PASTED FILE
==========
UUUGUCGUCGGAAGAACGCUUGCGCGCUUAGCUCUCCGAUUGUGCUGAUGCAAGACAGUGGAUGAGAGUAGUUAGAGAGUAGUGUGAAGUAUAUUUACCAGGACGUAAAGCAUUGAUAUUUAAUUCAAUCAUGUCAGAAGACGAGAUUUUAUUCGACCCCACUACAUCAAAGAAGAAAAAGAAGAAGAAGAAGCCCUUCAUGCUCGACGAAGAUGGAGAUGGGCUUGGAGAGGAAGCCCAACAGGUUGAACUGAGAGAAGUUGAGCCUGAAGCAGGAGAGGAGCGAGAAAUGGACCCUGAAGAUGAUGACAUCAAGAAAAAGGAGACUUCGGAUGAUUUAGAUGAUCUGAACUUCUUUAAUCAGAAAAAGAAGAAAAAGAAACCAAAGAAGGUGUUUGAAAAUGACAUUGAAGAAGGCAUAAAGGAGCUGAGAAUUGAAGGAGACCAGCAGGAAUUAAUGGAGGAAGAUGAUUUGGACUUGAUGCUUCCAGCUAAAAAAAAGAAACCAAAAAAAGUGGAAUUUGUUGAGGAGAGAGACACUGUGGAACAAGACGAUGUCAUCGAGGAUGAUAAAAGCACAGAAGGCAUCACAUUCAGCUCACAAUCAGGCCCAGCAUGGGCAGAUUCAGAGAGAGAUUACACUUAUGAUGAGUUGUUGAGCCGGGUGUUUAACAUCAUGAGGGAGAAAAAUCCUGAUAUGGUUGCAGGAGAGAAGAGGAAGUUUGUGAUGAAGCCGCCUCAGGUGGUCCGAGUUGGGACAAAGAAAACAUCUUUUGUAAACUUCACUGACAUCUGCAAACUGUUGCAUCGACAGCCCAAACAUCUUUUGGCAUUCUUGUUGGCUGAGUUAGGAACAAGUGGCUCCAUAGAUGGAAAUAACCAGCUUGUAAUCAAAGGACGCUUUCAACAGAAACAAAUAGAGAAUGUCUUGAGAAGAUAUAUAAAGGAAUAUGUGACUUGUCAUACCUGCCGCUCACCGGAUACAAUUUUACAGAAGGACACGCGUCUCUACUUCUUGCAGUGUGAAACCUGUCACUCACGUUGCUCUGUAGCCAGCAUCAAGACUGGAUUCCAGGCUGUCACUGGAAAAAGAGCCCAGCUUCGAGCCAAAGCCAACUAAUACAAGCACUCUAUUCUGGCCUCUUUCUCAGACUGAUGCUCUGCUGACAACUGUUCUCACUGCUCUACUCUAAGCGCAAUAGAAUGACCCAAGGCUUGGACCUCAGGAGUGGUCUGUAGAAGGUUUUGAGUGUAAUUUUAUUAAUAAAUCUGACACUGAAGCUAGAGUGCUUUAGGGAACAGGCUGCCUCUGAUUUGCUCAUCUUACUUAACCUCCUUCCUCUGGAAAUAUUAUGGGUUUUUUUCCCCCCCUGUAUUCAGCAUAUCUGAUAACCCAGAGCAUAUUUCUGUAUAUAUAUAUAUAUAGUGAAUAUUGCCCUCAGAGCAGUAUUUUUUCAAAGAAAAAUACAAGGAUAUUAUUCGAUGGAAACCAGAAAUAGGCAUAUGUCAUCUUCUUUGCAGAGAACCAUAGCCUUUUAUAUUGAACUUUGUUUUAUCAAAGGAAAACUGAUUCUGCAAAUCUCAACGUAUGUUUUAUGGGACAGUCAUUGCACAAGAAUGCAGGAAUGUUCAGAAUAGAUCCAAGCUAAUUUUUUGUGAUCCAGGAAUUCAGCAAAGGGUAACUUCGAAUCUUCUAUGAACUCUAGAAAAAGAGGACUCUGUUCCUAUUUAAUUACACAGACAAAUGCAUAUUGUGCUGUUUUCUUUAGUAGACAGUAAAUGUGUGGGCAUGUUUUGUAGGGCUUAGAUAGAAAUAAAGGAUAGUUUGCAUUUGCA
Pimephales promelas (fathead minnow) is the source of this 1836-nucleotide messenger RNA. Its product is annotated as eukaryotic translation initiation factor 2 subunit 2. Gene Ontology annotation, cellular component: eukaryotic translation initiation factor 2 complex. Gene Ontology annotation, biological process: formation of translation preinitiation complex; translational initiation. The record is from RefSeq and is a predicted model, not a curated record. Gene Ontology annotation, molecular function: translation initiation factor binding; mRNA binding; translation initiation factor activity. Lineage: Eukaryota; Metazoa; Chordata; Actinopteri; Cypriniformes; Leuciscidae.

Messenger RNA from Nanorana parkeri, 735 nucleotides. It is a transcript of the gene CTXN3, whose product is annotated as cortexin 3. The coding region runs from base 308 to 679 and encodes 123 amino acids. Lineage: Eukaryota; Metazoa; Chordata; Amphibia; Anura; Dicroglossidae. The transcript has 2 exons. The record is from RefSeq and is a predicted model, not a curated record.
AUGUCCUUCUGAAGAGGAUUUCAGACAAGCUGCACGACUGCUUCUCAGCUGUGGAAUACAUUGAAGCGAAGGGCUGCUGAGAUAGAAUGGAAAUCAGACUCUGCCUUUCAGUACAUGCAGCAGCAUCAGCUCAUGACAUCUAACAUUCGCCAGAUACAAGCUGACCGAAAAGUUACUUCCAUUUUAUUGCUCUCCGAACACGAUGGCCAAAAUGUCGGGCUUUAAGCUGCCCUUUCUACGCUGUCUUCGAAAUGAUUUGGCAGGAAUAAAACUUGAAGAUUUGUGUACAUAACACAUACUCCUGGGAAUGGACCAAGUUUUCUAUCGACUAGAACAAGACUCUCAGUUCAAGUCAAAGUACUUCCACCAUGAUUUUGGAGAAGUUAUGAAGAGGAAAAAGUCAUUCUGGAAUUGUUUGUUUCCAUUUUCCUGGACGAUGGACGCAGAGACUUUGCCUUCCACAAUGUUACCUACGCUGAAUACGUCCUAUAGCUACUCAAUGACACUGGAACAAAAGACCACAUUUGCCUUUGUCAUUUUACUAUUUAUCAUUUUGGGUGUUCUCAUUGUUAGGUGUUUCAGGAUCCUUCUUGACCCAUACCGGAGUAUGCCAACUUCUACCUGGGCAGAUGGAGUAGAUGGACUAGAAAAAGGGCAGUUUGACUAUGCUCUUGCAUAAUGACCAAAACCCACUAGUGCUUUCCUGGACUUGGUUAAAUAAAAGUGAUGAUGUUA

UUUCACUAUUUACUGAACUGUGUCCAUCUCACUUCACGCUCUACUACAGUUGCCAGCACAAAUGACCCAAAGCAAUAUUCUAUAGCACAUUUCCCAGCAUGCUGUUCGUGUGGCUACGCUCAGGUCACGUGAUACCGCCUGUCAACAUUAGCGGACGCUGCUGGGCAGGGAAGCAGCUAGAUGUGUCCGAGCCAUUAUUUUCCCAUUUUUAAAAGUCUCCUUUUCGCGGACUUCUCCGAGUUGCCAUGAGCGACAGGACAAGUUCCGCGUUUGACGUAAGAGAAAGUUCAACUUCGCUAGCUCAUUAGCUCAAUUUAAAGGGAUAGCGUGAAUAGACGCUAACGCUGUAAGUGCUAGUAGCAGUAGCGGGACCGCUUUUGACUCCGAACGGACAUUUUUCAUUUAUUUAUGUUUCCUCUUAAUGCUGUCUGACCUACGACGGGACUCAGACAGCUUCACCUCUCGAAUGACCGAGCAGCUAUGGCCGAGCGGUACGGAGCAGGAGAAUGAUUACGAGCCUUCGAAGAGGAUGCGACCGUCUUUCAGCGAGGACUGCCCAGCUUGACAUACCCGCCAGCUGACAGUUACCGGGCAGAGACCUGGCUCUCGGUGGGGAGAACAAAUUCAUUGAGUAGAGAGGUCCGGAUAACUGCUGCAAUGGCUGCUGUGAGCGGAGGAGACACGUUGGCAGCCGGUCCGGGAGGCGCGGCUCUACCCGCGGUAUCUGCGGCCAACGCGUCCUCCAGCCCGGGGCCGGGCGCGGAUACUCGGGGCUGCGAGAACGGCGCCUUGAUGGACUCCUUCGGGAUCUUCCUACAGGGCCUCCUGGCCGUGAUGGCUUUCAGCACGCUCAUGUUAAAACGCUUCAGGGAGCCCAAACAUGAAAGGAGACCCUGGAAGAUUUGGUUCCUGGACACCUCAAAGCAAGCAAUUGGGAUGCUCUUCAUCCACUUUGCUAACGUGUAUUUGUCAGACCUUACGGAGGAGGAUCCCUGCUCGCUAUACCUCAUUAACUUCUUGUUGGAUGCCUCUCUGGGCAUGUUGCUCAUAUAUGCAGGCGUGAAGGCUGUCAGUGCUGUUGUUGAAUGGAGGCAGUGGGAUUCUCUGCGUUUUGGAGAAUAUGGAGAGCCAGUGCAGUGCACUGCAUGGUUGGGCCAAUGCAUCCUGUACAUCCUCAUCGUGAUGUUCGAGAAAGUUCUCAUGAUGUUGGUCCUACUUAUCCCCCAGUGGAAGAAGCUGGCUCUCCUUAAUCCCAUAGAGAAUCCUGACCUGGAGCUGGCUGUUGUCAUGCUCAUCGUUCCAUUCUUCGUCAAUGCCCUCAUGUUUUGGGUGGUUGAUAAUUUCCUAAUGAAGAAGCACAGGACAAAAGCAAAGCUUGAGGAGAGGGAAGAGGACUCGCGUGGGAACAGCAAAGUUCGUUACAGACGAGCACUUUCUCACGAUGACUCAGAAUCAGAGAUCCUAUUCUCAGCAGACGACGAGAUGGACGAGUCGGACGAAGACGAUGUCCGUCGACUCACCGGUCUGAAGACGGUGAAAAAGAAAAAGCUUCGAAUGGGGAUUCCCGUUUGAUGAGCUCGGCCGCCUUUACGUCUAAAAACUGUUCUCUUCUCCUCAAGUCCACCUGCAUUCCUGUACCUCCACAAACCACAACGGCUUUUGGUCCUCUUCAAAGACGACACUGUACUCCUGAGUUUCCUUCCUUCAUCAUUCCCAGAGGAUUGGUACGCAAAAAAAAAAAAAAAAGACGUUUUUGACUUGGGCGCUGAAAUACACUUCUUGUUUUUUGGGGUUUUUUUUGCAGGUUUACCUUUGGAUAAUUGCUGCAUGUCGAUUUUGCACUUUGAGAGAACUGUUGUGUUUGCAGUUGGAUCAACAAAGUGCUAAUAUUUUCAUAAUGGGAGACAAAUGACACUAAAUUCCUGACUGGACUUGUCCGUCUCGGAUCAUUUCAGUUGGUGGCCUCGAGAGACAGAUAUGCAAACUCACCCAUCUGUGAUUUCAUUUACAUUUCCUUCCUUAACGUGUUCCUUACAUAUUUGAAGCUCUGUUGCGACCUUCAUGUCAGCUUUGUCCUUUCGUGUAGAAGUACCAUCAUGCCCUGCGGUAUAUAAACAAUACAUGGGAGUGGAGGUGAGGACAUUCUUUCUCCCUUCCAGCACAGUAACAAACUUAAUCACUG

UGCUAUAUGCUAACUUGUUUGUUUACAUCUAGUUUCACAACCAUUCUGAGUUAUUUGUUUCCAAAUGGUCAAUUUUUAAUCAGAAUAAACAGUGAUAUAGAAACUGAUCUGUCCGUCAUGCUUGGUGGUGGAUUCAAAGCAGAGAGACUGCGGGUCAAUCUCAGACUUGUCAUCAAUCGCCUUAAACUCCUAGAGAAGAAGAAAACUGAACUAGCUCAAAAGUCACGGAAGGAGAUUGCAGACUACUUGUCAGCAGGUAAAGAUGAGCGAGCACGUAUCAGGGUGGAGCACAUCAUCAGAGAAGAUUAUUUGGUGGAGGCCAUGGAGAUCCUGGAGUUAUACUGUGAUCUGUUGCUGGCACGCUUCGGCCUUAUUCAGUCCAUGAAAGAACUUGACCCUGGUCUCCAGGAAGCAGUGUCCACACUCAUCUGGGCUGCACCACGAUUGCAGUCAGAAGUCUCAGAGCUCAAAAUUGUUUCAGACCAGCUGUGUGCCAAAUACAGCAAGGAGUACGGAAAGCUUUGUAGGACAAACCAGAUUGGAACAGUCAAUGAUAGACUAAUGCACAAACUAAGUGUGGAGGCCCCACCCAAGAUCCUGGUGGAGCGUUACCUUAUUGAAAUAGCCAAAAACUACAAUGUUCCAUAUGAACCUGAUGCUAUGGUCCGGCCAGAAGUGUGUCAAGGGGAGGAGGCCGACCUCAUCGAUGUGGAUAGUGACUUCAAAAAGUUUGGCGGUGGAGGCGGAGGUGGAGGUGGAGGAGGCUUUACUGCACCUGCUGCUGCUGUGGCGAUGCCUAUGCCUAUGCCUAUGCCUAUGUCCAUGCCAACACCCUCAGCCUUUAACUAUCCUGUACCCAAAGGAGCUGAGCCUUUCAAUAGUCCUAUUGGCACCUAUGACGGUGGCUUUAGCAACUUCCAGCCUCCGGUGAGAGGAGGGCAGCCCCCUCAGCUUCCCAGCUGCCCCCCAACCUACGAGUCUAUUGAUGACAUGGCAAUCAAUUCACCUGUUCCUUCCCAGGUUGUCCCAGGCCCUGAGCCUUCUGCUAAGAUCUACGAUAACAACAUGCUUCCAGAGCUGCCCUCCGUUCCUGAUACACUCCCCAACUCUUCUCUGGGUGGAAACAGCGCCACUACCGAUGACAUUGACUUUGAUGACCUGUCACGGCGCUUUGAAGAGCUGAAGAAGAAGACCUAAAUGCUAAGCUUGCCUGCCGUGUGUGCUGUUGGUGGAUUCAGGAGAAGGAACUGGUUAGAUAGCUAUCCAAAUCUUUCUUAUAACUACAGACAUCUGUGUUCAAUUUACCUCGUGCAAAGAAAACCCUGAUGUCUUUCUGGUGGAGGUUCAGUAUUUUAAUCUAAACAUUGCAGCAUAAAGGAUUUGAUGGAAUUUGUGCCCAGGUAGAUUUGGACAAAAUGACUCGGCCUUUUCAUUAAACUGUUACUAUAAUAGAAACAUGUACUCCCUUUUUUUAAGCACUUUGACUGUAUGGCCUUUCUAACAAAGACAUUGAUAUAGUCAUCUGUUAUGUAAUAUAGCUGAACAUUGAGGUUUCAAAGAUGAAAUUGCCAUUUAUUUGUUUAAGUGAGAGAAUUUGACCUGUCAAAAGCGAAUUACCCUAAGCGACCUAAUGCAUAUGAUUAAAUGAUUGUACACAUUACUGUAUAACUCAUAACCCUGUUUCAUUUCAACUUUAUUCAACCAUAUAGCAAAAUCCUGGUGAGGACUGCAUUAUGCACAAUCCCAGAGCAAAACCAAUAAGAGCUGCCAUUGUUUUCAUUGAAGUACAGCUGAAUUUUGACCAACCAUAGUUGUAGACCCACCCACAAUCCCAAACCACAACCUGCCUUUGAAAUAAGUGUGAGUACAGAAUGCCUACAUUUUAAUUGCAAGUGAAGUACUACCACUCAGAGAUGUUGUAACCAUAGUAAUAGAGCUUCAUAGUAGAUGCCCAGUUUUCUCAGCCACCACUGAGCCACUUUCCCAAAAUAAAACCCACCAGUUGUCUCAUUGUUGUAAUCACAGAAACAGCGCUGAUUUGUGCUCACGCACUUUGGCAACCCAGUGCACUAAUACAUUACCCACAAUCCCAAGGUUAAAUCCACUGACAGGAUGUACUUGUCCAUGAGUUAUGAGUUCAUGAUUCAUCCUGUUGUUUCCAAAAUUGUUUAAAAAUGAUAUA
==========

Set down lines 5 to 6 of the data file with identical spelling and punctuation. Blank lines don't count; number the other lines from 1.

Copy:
UUUCACUAUUUACUGAACUGUGUCCAUCUCACUUCACGCUCUACUACAGUUGCCAGCACAAAUGACCCAAAGCAAUAUUCUAUAGCACAUUUCCCAGCAUGCUGUUCGUGUGGCUACGCUCAGGUCACGUGAUACCGCCUGUCAACAUUAGCGGACGCUGCUGGGCAGGGAAGCAGCUAGAUGUGUCCGAGCCAUUAUUUUCCCAUUUUUAAAAGUCUCCUUUUCGCGGACUUCUCCGAGUUGCCAUGAGCGACAGGACAAGUUCCGCGUUUGACGUAAGAGAAAGUUCAACUUCGCUAGCUCAUUAGCUCAAUUUAAAGGGAUAGCGUGAAUAGACGCUAACGCUGUAAGUGCUAGUAGCAGUAGCGGGACCGCUUUUGACUCCGAACGGACAUUUUUCAUUUAUUUAUGUUUCCUCUUAAUGCUGUCUGACCUACGACGGGACUCAGACAGCUUCACCUCUCGAAUGACCGAGCAGCUAUGGCCGAGCGGUACGGAGCAGGAGAAUGAUUACGAGCCUUCGAAGAGGAUGCGACCGUCUUUCAGCGAGGACUGCCCAGCUUGACAUACCCGCCAGCUGACAGUUACCGGGCAGAGACCUGGCUCUCGGUGGGGAGAACAAAUUCAUUGAGUAGAGAGGUCCGGAUAACUGCUGCAAUGGCUGCUGUGAGCGGAGGAGACACGUUGGCAGCCGGUCCGGGAGGCGCGGCUCUACCCGCGGUAUCUGCGGCCAACGCGUCCUCCAGCCCGGGGCCGGGCGCGGAUACUCGGGGCUGCGAGAACGGCGCCUUGAUGGACUCCUUCGGGAUCUUCCUACAGGGCCUCCUGGCCGUGAUGGCUUUCAGCACGCUCAUGUUAAAACGCUUCAGGGAGCCCAAACAUGAAAGGAGACCCUGGAAGAUUUGGUUCCUGGACACCUCAAAGCAAGCAAUUGGGAUGCUCUUCAUCCACUUUGCUAACGUGUAUUUGUCAGACCUUACGGAGGAGGAUCCCUGCUCGCUAUACCUCAUUAACUUCUUGUUGGAUGCCUCUCUGGGCAUGUUGCUCAUAUAUGCAGGCGUGAAGGCUGUCAGUGCUGUUGUUGAAUGGAGGCAGUGGGAUUCUCUGCGUUUUGGAGAAUAUGGAGAGCCAGUGCAGUGCACUGCAUGGUUGGGCCAAUGCAUCCUGUACAUCCUCAUCGUGAUGUUCGAGAAAGUUCUCAUGAUGUUGGUCCUACUUAUCCCCCAGUGGAAGAAGCUGGCUCUCCUUAAUCCCAUAGAGAAUCCUGACCUGGAGCUGGCUGUUGUCAUGCUCAUCGUUCCAUUCUUCGUCAAUGCCCUCAUGUUUUGGGUGGUUGAUAAUUUCCUAAUGAAGAAGCACAGGACAAAAGCAAAGCUUGAGGAGAGGGAAGAGGACUCGCGUGGGAACAGCAAAGUUCGUUACAGACGAGCACUUUCUCACGAUGACUCAGAAUCAGAGAUCCUAUUCUCAGCAGACGACGAGAUGGACGAGUCGGACGAAGACGAUGUCCGUCGACUCACCGGUCUGAAGACGGUGAAAAAGAAAAAGCUUCGAAUGGGGAUUCCCGUUUGAUGAGCUCGGCCGCCUUUACGUCUAAAAACUGUUCUCUUCUCCUCAAGUCCACCUGCAUUCCUGUACCUCCACAAACCACAACGGCUUUUGGUCCUCUUCAAAGACGACACUGUACUCCUGAGUUUCCUUCCUUCAUCAUUCCCAGAGGAUUGGUACGCAAAAAAAAAAAAAAAAGACGUUUUUGACUUGGGCGCUGAAAUACACUUCUUGUUUUUUGGGGUUUUUUUUGCAGGUUUACCUUUGGAUAAUUGCUGCAUGUCGAUUUUGCACUUUGAGAGAACUGUUGUGUUUGCAGUUGGAUCAACAAAGUGCUAAUAUUUUCAUAAUGGGAGACAAAUGACACUAAAUUCCUGACUGGACUUGUCCGUCUCGGAUCAUUUCAGUUGGUGGCCUCGAGAGACAGAUAUGCAAACUCACCCAUCUGUGAUUUCAUUUACAUUUCCUUCCUUAACGUGUUCCUUACAUAUUUGAAGCUCUGUUGCGACCUUCAUGUCAGCUUUGUCCUUUCGUGUAGAAGUACCAUCAUGCCCUGCGGUAUAUAAACAAUACAUGGGAGUGGAGGUGAGGACAUUCUUUCUCCCUUCCAGCACAGUAACAAACUUAAUCACUG

UGCUAUAUGCUAACUUGUUUGUUUACAUCUAGUUUCACAACCAUUCUGAGUUAUUUGUUUCCAAAUGGUCAAUUUUUAAUCAGAAUAAACAGUGAUAUAGAAACUGAUCUGUCCGUCAUGCUUGGUGGUGGAUUCAAAGCAGAGAGACUGCGGGUCAAUCUCAGACUUGUCAUCAAUCGCCUUAAACUCCUAGAGAAGAAGAAAACUGAACUAGCUCAAAAGUCACGGAAGGAGAUUGCAGACUACUUGUCAGCAGGUAAAGAUGAGCGAGCACGUAUCAGGGUGGAGCACAUCAUCAGAGAAGAUUAUUUGGUGGAGGCCAUGGAGAUCCUGGAGUUAUACUGUGAUCUGUUGCUGGCACGCUUCGGCCUUAUUCAGUCCAUGAAAGAACUUGACCCUGGUCUCCAGGAAGCAGUGUCCACACUCAUCUGGGCUGCACCACGAUUGCAGUCAGAAGUCUCAGAGCUCAAAAUUGUUUCAGACCAGCUGUGUGCCAAAUACAGCAAGGAGUACGGAAAGCUUUGUAGGACAAACCAGAUUGGAACAGUCAAUGAUAGACUAAUGCACAAACUAAGUGUGGAGGCCCCACCCAAGAUCCUGGUGGAGCGUUACCUUAUUGAAAUAGCCAAAAACUACAAUGUUCCAUAUGAACCUGAUGCUAUGGUCCGGCCAGAAGUGUGUCAAGGGGAGGAGGCCGACCUCAUCGAUGUGGAUAGUGACUUCAAAAAGUUUGGCGGUGGAGGCGGAGGUGGAGGUGGAGGAGGCUUUACUGCACCUGCUGCUGCUGUGGCGAUGCCUAUGCCUAUGCCUAUGCCUAUGUCCAUGCCAACACCCUCAGCCUUUAACUAUCCUGUACCCAAAGGAGCUGAGCCUUUCAAUAGUCCUAUUGGCACCUAUGACGGUGGCUUUAGCAACUUCCAGCCUCCGGUGAGAGGAGGGCAGCCCCCUCAGCUUCCCAGCUGCCCCCCAACCUACGAGUCUAUUGAUGACAUGGCAAUCAAUUCACCUGUUCCUUCCCAGGUUGUCCCAGGCCCUGAGCCUUCUGCUAAGAUCUACGAUAACAACAUGCUUCCAGAGCUGCCCUCCGUUCCUGAUACACUCCCCAACUCUUCUCUGGGUGGAAACAGCGCCACUACCGAUGACAUUGACUUUGAUGACCUGUCACGGCGCUUUGAAGAGCUGAAGAAGAAGACCUAAAUGCUAAGCUUGCCUGCCGUGUGUGCUGUUGGUGGAUUCAGGAGAAGGAACUGGUUAGAUAGCUAUCCAAAUCUUUCUUAUAACUACAGACAUCUGUGUUCAAUUUACCUCGUGCAAAGAAAACCCUGAUGUCUUUCUGGUGGAGGUUCAGUAUUUUAAUCUAAACAUUGCAGCAUAAAGGAUUUGAUGGAAUUUGUGCCCAGGUAGAUUUGGACAAAAUGACUCGGCCUUUUCAUUAAACUGUUACUAUAAUAGAAACAUGUACUCCCUUUUUUUAAGCACUUUGACUGUAUGGCCUUUCUAACAAAGACAUUGAUAUAGUCAUCUGUUAUGUAAUAUAGCUGAACAUUGAGGUUUCAAAGAUGAAAUUGCCAUUUAUUUGUUUAAGUGAGAGAAUUUGACCUGUCAAAAGCGAAUUACCCUAAGCGACCUAAUGCAUAUGAUUAAAUGAUUGUACACAUUACUGUAUAACUCAUAACCCUGUUUCAUUUCAACUUUAUUCAACCAUAUAGCAAAAUCCUGGUGAGGACUGCAUUAUGCACAAUCCCAGAGCAAAACCAAUAAGAGCUGCCAUUGUUUUCAUUGAAGUACAGCUGAAUUUUGACCAACCAUAGUUGUAGACCCACCCACAAUCCCAAACCACAACCUGCCUUUGAAAUAAGUGUGAGUACAGAAUGCCUACAUUUUAAUUGCAAGUGAAGUACUACCACUCAGAGAUGUUGUAACCAUAGUAAUAGAGCUUCAUAGUAGAUGCCCAGUUUUCUCAGCCACCACUGAGCCACUUUCCCAAAAUAAAACCCACCAGUUGUCUCAUUGUUGUAAUCACAGAAACAGCGCUGAUUUGUGCUCACGCACUUUGGCAACCCAGUGCACUAAUACAUUACCCACAAUCCCAAGGUUAAAUCCACUGACAGGAUGUACUUGUCCAUGAGUUAUGAGUUCAUGAUUCAUCCUGUUGUUUCCAAAAUUGUUUAAAAAUGAUAUA